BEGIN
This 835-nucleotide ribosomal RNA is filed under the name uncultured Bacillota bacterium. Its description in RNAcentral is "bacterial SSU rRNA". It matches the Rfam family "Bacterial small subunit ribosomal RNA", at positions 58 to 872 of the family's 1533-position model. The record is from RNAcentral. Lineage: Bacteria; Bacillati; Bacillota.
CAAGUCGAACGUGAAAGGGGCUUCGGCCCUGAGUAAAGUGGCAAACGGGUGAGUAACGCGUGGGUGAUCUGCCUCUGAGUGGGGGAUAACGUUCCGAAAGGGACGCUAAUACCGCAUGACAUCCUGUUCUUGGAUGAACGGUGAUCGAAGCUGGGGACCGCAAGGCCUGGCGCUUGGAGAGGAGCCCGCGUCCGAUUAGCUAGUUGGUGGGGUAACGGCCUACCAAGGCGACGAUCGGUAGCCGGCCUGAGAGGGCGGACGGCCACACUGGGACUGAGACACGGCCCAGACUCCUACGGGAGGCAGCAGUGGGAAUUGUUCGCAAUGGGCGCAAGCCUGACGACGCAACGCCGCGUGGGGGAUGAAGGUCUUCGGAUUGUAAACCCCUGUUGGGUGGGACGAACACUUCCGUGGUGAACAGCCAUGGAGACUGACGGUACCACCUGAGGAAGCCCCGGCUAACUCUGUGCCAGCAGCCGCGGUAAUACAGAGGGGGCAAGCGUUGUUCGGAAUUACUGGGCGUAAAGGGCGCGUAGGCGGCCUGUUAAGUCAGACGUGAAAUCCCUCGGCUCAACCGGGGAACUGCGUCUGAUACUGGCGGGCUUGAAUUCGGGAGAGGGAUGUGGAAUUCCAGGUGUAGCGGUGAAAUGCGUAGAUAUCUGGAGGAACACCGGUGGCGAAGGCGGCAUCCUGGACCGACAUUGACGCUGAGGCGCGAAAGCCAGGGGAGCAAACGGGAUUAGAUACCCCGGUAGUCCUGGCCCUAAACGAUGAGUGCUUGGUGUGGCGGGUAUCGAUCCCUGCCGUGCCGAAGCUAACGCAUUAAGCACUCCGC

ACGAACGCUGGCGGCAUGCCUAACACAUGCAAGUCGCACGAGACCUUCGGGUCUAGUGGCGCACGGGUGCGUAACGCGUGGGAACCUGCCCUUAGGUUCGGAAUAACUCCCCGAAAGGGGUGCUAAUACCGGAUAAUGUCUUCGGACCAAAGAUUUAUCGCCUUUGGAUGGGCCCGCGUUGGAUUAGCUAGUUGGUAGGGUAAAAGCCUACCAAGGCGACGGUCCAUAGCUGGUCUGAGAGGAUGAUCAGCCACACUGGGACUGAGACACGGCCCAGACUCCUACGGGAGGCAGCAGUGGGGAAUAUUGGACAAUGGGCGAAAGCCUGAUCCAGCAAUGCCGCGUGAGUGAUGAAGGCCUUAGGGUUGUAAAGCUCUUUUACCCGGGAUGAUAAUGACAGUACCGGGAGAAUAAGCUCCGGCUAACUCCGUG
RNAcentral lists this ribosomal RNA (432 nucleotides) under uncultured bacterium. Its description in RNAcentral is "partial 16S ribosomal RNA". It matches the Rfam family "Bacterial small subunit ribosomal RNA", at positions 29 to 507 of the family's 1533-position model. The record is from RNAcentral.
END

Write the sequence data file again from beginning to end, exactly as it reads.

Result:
This 835-nucleotide ribosomal RNA is filed under the name uncultured Bacillota bacterium. Its description in RNAcentral is "bacterial SSU rRNA". It matches the Rfam family "Bacterial small subunit ribosomal RNA", at positions 58 to 872 of the family's 1533-position model. The record is from RNAcentral. Lineage: Bacteria; Bacillati; Bacillota.
CAAGUCGAACGUGAAAGGGGCUUCGGCCCUGAGUAAAGUGGCAAACGGGUGAGUAACGCGUGGGUGAUCUGCCUCUGAGUGGGGGAUAACGUUCCGAAAGGGACGCUAAUACCGCAUGACAUCCUGUUCUUGGAUGAACGGUGAUCGAAGCUGGGGACCGCAAGGCCUGGCGCUUGGAGAGGAGCCCGCGUCCGAUUAGCUAGUUGGUGGGGUAACGGCCUACCAAGGCGACGAUCGGUAGCCGGCCUGAGAGGGCGGACGGCCACACUGGGACUGAGACACGGCCCAGACUCCUACGGGAGGCAGCAGUGGGAAUUGUUCGCAAUGGGCGCAAGCCUGACGACGCAACGCCGCGUGGGGGAUGAAGGUCUUCGGAUUGUAAACCCCUGUUGGGUGGGACGAACACUUCCGUGGUGAACAGCCAUGGAGACUGACGGUACCACCUGAGGAAGCCCCGGCUAACUCUGUGCCAGCAGCCGCGGUAAUACAGAGGGGGCAAGCGUUGUUCGGAAUUACUGGGCGUAAAGGGCGCGUAGGCGGCCUGUUAAGUCAGACGUGAAAUCCCUCGGCUCAACCGGGGAACUGCGUCUGAUACUGGCGGGCUUGAAUUCGGGAGAGGGAUGUGGAAUUCCAGGUGUAGCGGUGAAAUGCGUAGAUAUCUGGAGGAACACCGGUGGCGAAGGCGGCAUCCUGGACCGACAUUGACGCUGAGGCGCGAAAGCCAGGGGAGCAAACGGGAUUAGAUACCCCGGUAGUCCUGGCCCUAAACGAUGAGUGCUUGGUGUGGCGGGUAUCGAUCCCUGCCGUGCCGAAGCUAACGCAUUAAGCACUCCGC

ACGAACGCUGGCGGCAUGCCUAACACAUGCAAGUCGCACGAGACCUUCGGGUCUAGUGGCGCACGGGUGCGUAACGCGUGGGAACCUGCCCUUAGGUUCGGAAUAACUCCCCGAAAGGGGUGCUAAUACCGGAUAAUGUCUUCGGACCAAAGAUUUAUCGCCUUUGGAUGGGCCCGCGUUGGAUUAGCUAGUUGGUAGGGUAAAAGCCUACCAAGGCGACGGUCCAUAGCUGGUCUGAGAGGAUGAUCAGCCACACUGGGACUGAGACACGGCCCAGACUCCUACGGGAGGCAGCAGUGGGGAAUAUUGGACAAUGGGCGAAAGCCUGAUCCAGCAAUGCCGCGUGAGUGAUGAAGGCCUUAGGGUUGUAAAGCUCUUUUACCCGGGAUGAUAAUGACAGUACCGGGAGAAUAAGCUCCGGCUAACUCCGUG
RNAcentral lists this ribosomal RNA (432 nucleotides) under uncultured bacterium. Its description in RNAcentral is "partial 16S ribosomal RNA". It matches the Rfam family "Bacterial small subunit ribosomal RNA", at positions 29 to 507 of the family's 1533-position model. The record is from RNAcentral.